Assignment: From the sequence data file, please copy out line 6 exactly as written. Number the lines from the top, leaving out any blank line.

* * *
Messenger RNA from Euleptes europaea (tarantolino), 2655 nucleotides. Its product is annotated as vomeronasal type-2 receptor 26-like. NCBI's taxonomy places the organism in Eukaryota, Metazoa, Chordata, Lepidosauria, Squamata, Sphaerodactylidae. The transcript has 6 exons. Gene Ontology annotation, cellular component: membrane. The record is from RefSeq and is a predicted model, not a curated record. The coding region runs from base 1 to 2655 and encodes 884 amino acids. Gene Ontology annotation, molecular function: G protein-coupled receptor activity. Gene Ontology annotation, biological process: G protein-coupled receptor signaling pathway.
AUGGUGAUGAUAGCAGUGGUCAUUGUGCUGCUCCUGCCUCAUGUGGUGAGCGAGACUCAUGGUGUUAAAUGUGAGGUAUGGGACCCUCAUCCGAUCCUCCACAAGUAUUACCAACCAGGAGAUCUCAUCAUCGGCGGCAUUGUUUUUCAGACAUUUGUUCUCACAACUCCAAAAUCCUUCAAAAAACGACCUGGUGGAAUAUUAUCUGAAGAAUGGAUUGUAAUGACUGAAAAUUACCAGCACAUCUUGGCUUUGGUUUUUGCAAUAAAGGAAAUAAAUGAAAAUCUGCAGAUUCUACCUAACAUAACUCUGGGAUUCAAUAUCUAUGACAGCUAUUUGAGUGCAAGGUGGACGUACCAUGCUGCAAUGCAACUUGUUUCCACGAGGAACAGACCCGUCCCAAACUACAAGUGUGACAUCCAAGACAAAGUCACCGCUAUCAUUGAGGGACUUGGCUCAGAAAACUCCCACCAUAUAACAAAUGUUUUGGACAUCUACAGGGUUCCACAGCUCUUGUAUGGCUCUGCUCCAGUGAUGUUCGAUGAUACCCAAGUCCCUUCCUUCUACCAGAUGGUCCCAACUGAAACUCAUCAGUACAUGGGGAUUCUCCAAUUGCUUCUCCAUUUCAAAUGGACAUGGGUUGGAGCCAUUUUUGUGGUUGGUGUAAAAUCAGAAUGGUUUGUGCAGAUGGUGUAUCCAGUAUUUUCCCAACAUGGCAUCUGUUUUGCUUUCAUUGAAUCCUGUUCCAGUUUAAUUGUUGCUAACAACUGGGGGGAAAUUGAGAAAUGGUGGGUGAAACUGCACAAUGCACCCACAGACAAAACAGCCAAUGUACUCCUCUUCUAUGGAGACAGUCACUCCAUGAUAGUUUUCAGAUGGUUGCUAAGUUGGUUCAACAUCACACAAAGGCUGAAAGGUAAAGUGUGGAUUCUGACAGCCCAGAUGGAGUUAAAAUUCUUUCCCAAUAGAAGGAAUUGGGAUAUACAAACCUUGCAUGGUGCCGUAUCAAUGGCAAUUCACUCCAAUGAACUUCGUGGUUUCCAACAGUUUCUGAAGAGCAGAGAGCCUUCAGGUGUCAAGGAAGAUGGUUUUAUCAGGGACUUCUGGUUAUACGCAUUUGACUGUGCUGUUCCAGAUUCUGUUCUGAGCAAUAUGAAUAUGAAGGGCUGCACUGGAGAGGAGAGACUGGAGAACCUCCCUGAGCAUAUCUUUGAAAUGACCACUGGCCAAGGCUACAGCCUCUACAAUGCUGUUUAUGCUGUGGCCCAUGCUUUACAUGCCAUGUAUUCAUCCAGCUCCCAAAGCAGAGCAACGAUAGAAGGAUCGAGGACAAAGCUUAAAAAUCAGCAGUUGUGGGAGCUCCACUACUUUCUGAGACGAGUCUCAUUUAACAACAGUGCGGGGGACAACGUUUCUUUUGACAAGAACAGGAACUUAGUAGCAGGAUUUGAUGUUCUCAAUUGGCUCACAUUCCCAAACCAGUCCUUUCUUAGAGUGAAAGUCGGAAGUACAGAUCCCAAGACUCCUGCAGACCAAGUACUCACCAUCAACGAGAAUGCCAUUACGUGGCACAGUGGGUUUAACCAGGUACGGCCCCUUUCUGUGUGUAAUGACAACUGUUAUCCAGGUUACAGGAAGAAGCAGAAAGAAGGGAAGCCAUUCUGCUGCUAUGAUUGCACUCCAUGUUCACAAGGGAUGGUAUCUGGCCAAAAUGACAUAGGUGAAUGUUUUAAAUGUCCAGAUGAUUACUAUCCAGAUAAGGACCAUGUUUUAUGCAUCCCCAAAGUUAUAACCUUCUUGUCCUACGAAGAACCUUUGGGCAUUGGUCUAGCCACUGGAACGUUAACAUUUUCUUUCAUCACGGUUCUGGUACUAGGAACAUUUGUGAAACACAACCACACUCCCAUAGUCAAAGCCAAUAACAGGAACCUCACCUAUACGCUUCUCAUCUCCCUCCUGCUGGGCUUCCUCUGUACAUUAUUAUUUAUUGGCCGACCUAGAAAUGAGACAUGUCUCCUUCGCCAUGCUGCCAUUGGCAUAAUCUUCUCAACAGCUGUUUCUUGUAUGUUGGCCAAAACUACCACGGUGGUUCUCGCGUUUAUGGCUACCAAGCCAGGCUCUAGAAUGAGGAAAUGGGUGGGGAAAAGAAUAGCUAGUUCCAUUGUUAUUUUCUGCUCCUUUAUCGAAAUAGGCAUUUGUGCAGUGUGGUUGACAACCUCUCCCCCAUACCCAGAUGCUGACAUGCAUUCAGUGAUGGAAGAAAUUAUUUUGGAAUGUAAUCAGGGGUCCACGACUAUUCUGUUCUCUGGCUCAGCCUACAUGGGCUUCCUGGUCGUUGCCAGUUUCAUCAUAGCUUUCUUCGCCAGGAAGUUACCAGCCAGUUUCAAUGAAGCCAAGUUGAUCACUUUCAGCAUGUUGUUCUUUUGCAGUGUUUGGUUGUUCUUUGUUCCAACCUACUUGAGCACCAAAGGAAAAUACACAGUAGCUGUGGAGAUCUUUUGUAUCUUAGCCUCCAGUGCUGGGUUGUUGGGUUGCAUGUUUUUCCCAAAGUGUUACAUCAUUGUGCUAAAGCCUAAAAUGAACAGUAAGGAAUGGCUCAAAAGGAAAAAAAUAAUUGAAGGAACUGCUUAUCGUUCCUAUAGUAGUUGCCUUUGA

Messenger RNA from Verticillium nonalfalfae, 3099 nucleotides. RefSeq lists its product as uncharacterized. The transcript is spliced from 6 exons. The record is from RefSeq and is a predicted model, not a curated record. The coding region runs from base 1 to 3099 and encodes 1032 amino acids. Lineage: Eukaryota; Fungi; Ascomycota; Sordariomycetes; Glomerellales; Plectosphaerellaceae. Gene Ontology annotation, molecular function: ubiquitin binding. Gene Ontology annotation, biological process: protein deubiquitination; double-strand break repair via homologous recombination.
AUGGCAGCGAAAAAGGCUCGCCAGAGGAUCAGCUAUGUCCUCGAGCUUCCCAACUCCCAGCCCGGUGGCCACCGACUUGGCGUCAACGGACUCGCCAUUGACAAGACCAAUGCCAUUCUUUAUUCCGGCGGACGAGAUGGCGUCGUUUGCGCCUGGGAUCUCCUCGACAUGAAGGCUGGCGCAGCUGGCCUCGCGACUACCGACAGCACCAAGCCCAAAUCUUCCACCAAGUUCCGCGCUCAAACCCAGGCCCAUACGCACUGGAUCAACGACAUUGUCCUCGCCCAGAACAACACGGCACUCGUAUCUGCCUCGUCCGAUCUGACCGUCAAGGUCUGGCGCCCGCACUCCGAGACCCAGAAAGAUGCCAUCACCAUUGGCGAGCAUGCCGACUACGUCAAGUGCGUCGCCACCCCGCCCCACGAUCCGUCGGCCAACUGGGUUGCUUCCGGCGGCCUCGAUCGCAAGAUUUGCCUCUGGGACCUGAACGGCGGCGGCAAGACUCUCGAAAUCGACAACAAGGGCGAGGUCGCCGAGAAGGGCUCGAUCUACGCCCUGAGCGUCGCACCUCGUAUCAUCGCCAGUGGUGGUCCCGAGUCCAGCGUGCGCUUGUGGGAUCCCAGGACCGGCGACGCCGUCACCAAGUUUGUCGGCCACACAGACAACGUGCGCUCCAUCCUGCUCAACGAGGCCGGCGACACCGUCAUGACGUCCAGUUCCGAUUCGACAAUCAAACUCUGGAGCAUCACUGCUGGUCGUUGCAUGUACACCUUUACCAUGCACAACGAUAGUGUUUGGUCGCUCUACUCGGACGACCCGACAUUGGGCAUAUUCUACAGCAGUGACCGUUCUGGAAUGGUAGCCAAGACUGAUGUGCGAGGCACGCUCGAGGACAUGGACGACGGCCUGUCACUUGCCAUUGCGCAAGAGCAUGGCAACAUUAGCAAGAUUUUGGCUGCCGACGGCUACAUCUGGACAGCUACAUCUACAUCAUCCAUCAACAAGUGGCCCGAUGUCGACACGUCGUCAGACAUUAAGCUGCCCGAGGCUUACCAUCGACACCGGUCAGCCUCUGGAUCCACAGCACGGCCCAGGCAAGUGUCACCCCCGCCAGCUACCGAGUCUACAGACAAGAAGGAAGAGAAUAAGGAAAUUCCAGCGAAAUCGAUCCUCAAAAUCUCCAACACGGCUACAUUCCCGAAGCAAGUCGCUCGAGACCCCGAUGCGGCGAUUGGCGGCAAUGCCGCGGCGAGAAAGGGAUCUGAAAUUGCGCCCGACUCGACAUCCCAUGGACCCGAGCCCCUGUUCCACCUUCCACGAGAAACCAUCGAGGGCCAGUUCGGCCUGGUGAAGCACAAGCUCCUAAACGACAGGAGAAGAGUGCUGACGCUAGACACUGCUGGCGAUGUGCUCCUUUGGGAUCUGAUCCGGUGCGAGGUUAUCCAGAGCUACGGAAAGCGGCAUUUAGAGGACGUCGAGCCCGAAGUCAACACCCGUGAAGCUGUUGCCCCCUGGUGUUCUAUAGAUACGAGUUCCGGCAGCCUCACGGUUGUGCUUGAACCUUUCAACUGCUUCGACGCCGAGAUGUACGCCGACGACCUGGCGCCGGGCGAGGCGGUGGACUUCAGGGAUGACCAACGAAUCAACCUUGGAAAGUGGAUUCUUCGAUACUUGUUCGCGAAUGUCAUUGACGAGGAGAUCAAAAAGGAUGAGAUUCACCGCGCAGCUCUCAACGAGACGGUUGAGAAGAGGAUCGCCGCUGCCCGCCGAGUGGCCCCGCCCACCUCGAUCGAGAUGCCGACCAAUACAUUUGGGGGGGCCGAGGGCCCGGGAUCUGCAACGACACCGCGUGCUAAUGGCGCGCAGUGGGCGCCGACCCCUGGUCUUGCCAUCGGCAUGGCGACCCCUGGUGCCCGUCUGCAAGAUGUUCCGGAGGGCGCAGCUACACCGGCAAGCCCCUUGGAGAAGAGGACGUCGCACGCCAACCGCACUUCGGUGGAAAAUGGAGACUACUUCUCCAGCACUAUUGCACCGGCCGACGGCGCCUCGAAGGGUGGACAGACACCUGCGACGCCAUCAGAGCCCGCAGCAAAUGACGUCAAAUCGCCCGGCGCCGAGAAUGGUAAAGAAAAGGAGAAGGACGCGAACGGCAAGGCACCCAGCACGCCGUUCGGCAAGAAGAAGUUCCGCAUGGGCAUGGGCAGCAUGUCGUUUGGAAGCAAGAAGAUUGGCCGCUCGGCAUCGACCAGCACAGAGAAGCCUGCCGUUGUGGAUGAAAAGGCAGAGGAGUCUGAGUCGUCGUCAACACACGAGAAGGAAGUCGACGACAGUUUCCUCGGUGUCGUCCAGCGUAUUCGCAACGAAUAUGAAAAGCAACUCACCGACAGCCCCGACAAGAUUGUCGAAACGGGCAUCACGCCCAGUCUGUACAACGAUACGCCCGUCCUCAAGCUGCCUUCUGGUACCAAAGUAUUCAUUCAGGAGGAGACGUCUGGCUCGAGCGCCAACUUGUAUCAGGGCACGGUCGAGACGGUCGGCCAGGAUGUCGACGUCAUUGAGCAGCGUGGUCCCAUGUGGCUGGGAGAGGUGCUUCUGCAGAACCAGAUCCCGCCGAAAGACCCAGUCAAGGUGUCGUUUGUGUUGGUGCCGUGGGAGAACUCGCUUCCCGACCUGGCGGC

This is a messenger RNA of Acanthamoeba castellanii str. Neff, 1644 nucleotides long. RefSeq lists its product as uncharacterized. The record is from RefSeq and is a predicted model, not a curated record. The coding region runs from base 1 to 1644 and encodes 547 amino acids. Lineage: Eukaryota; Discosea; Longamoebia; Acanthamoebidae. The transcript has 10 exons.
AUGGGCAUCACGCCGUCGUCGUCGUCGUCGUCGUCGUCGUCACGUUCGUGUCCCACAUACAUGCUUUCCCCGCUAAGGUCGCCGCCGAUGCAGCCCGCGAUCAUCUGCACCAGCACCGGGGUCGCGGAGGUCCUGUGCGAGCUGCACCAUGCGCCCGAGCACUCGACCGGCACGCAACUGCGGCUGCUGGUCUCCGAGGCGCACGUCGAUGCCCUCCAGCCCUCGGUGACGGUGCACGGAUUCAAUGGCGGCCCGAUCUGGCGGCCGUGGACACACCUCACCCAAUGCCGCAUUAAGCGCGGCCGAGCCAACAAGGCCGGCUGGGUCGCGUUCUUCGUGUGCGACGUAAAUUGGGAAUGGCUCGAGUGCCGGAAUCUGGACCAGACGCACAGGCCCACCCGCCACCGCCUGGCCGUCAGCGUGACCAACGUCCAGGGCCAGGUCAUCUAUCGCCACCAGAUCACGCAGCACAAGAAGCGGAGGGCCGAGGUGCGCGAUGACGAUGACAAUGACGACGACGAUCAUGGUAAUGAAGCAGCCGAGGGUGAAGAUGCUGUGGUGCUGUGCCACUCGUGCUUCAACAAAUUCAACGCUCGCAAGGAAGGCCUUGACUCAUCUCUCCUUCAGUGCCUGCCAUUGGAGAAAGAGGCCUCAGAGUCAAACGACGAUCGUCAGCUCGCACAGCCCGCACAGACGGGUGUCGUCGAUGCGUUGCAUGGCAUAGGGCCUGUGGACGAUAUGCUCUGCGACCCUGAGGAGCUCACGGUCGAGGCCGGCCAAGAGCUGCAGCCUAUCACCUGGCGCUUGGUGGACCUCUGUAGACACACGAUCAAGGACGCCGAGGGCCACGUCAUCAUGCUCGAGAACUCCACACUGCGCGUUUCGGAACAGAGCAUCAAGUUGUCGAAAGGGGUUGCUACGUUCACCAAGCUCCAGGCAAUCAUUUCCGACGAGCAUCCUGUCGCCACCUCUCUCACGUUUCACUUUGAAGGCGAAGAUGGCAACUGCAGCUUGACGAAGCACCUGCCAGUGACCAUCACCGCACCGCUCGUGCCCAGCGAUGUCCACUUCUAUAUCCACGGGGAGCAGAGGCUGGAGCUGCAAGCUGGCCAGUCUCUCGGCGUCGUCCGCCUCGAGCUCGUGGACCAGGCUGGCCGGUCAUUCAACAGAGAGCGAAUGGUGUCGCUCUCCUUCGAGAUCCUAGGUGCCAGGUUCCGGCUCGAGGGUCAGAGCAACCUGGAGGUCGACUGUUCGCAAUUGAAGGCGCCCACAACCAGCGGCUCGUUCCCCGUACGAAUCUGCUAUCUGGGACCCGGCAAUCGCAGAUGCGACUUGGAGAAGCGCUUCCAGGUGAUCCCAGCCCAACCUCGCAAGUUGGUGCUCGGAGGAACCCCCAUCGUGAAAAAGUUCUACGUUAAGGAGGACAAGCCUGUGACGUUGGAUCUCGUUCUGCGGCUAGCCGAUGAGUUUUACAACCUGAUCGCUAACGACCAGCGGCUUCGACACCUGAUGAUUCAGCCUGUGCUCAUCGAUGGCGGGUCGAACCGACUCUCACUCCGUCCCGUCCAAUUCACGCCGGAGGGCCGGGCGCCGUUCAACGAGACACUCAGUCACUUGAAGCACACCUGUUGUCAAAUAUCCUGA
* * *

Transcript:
AUGGGCAUCACGCCGUCGUCGUCGUCGUCGUCGUCGUCGUCACGUUCGUGUCCCACAUACAUGCUUUCCCCGCUAAGGUCGCCGCCGAUGCAGCCCGCGAUCAUCUGCACCAGCACCGGGGUCGCGGAGGUCCUGUGCGAGCUGCACCAUGCGCCCGAGCACUCGACCGGCACGCAACUGCGGCUGCUGGUCUCCGAGGCGCACGUCGAUGCCCUCCAGCCCUCGGUGACGGUGCACGGAUUCAAUGGCGGCCCGAUCUGGCGGCCGUGGACACACCUCACCCAAUGCCGCAUUAAGCGCGGCCGAGCCAACAAGGCCGGCUGGGUCGCGUUCUUCGUGUGCGACGUAAAUUGGGAAUGGCUCGAGUGCCGGAAUCUGGACCAGACGCACAGGCCCACCCGCCACCGCCUGGCCGUCAGCGUGACCAACGUCCAGGGCCAGGUCAUCUAUCGCCACCAGAUCACGCAGCACAAGAAGCGGAGGGCCGAGGUGCGCGAUGACGAUGACAAUGACGACGACGAUCAUGGUAAUGAAGCAGCCGAGGGUGAAGAUGCUGUGGUGCUGUGCCACUCGUGCUUCAACAAAUUCAACGCUCGCAAGGAAGGCCUUGACUCAUCUCUCCUUCAGUGCCUGCCAUUGGAGAAAGAGGCCUCAGAGUCAAACGACGAUCGUCAGCUCGCACAGCCCGCACAGACGGGUGUCGUCGAUGCGUUGCAUGGCAUAGGGCCUGUGGACGAUAUGCUCUGCGACCCUGAGGAGCUCACGGUCGAGGCCGGCCAAGAGCUGCAGCCUAUCACCUGGCGCUUGGUGGACCUCUGUAGACACACGAUCAAGGACGCCGAGGGCCACGUCAUCAUGCUCGAGAACUCCACACUGCGCGUUUCGGAACAGAGCAUCAAGUUGUCGAAAGGGGUUGCUACGUUCACCAAGCUCCAGGCAAUCAUUUCCGACGAGCAUCCUGUCGCCACCUCUCUCACGUUUCACUUUGAAGGCGAAGAUGGCAACUGCAGCUUGACGAAGCACCUGCCAGUGACCAUCACCGCACCGCUCGUGCCCAGCGAUGUCCACUUCUAUAUCCACGGGGAGCAGAGGCUGGAGCUGCAAGCUGGCCAGUCUCUCGGCGUCGUCCGCCUCGAGCUCGUGGACCAGGCUGGCCGGUCAUUCAACAGAGAGCGAAUGGUGUCGCUCUCCUUCGAGAUCCUAGGUGCCAGGUUCCGGCUCGAGGGUCAGAGCAACCUGGAGGUCGACUGUUCGCAAUUGAAGGCGCCCACAACCAGCGGCUCGUUCCCCGUACGAAUCUGCUAUCUGGGACCCGGCAAUCGCAGAUGCGACUUGGAGAAGCGCUUCCAGGUGAUCCCAGCCCAACCUCGCAAGUUGGUGCUCGGAGGAACCCCCAUCGUGAAAAAGUUCUACGUUAAGGAGGACAAGCCUGUGACGUUGGAUCUCGUUCUGCGGCUAGCCGAUGAGUUUUACAACCUGAUCGCUAACGACCAGCGGCUUCGACACCUGAUGAUUCAGCCUGUGCUCAUCGAUGGCGGGUCGAACCGACUCUCACUCCGUCCCGUCCAAUUCACGCCGGAGGGCCGGGCGCCGUUCAACGAGACACUCAGUCACUUGAAGCACACCUGUUGUCAAAUAUCCUGA